White Cover Magazine
We have stats for everything. We understand it all so much more than we once did, although a few are still clinging to the golden years, wishing they could just make stuff up like they used to without someone 30-and-under calling out their proof as little more than a theory, a shot at an idea.
It’s a legacy thing. You see it in publishing and music, where the titans of 20 years ago malign the forces of tomorrow, blaming the Internet for humans’ inadequacy – this idea that blogs about cats are ruining journalism, a business that’s always been endangered, threatened by amoral ad interests and the audience’s short attention span.
But sometimes, debates begin and end in the in-between, the purgatory middle. They’re vague, general, and fluffy. And they’re enjoyable arguments for that very reason. They’re not supposed to have conclusions or factual final says. They’re casual, and that’s cool.
Take depth, for instance.
There’s nothing I think hockey fans misunderstand more than the idea of depth, and how important it is. Or rather, what it is.
I don’t have any ability to quantify this. I just know, all I hear about depth is something along the lines of, “The best teams need to have four lines.” They need to play four lines, thought goes, to compete with other contending teams who all, suggestion has, have four themselves.
But depth isn’t about having four lines. Depth is about having 12 forwards, six defencemen, and one excellent goalie.
It doesn’t hurt to have 14 forwards, actually. Or eight d-men. Or two – even three, as Andrew Hammond’s shown – tenders.
Having ‘set’ lines isn’t as important, if you ask me, than having a crop of all-around players who can flexibly flutter up and down their roster. They call it a depth chart, after all.
Take Ryan Kesler. Simultaneously, he was Vancouver’s most valuable and Vancouver’s most overrated player for the past four years, before he asked for a trade and spared saddling the Canucks with his fall. (It will come, even if he wins a Cup on his way down.)
Kesler was capable of winning playoff series on his own, sure. He was a very, very good player – excellent, on occasion. And he was the club’s most valuable piece, in the way that he was often the best player on Vancouver’s cap.
But he was an anchor, a giant weight clogging up the middle of the Canucks’ order. He was a second-line centre and only a second-line centre. Only a few players found their game on Kesler’s wings. And while there were several nights where he wasn’t only Vancouver’s best player but their only good player, that’s not necessarily a pro.
So what if you score your team’s only goal? That means the whole team only scored one goal.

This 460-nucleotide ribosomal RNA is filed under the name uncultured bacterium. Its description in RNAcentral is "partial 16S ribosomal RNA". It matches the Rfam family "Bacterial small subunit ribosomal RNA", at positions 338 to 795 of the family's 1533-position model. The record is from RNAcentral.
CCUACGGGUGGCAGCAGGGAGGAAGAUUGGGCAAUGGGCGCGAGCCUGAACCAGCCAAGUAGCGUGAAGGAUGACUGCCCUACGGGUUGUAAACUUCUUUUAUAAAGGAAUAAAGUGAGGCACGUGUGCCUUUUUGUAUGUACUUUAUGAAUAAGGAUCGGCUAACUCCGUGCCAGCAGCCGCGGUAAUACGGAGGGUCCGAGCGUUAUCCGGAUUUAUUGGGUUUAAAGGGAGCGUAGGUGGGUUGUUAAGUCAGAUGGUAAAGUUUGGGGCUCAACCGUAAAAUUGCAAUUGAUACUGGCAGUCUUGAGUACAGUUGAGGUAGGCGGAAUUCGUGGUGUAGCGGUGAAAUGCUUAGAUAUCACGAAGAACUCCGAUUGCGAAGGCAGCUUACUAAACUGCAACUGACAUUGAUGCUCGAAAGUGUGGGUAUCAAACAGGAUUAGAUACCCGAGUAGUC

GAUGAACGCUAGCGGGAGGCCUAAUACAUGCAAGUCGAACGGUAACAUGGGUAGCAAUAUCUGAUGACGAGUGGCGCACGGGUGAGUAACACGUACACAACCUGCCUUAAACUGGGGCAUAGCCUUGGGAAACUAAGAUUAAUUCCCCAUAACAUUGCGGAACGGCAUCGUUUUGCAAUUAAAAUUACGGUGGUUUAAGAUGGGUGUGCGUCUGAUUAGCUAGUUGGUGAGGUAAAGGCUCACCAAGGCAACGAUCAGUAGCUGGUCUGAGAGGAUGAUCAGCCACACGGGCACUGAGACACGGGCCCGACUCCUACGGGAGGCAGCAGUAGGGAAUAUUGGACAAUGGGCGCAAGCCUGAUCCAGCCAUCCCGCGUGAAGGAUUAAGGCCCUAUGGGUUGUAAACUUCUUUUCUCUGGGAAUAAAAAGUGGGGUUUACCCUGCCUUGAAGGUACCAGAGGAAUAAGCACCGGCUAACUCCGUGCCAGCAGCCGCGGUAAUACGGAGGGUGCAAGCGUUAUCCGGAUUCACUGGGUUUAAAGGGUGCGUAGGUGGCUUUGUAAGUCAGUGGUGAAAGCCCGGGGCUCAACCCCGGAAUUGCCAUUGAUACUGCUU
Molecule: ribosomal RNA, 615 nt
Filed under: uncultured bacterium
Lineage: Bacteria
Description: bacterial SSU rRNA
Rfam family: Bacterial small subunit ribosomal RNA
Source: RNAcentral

Compare that to Nick Bonino, who’s often the third-best player on his line, at least recently. Playing with Radim Vrbata and Chris Higgins, Bonino is a distributor and the link in the chain – the closest thing the Canucks have had, in a long time, to what Brendan Morrison once was.
Bonino makes players better, even when he’s invisible. His all-around ability – like Vrbata’s – has an exponential quality, whereas Kesler was a black hole of selfishness.
Kesler couldn’t pass. He could only wave his stick like a mad man, bang it off the ice until someone passed it to him, slap-shoot the puck, often miss, and sometimes score.
That’s not a bad thing, necessarily. It’s the role Kesler played, and it worked in 2011 – when he was playing behind the best offensive centre in hockey (Henrik Sedin) and in front of the best defensive centre in hockey (Manny Malhotra). And it could work in Anaheim, where he’s second-fiddle to the by-far best player in Orange County, No. 1 centre Ryan Getzlaf.
But Kesler’s gone, and first thoughts directed at the West Coast last summer were, “Where do they go from here? Will they recover, without Kesler? How will they fill that hole?”
The good news: They never had to fill that hole. What’s the point?
The Canucks went Billy Beane after Kesler’s departure, deciding to pick-and-roll away from No. 17 and his Charlie Brown eyes.
They didn’t replace Kesler with any one player – instead, they replaced him with several.
Radim Vrbata. Nick Bonino. Linden Vey. Shawn Matthias. Zack Kassian. Bo Horvat. Ronalds Kenins.
None of them were brought in, necessarily, to become the second 17. Some of them weren’t ‘brought in’ at all – Matthias and Kassian were already here. But with Kesler gone, the Canucks who were drowning on the bench are now playing prime minutes, and the new guys have run full-speed into a new dawn for a team with a fresh lease on life.
After their 5-4 win over Nashville last night, the Canucks are far from safe, but they’re sitting healthy. Vancouver’s seven points up on the L.A. Kings – in 9th – with only a few to play out West, in pole position to finish second in the Pacific.
This was supposed to be a rebuilding year, or a retooling year. It’s neither.
And yet, they don’t have four lines. All year long, the only guys who’ve stuck together are Daniel and Henrik. They have 14 forwards, eight defencemen, and they’ve used three goalies.
And they’re winning. At least, they’re winning enough.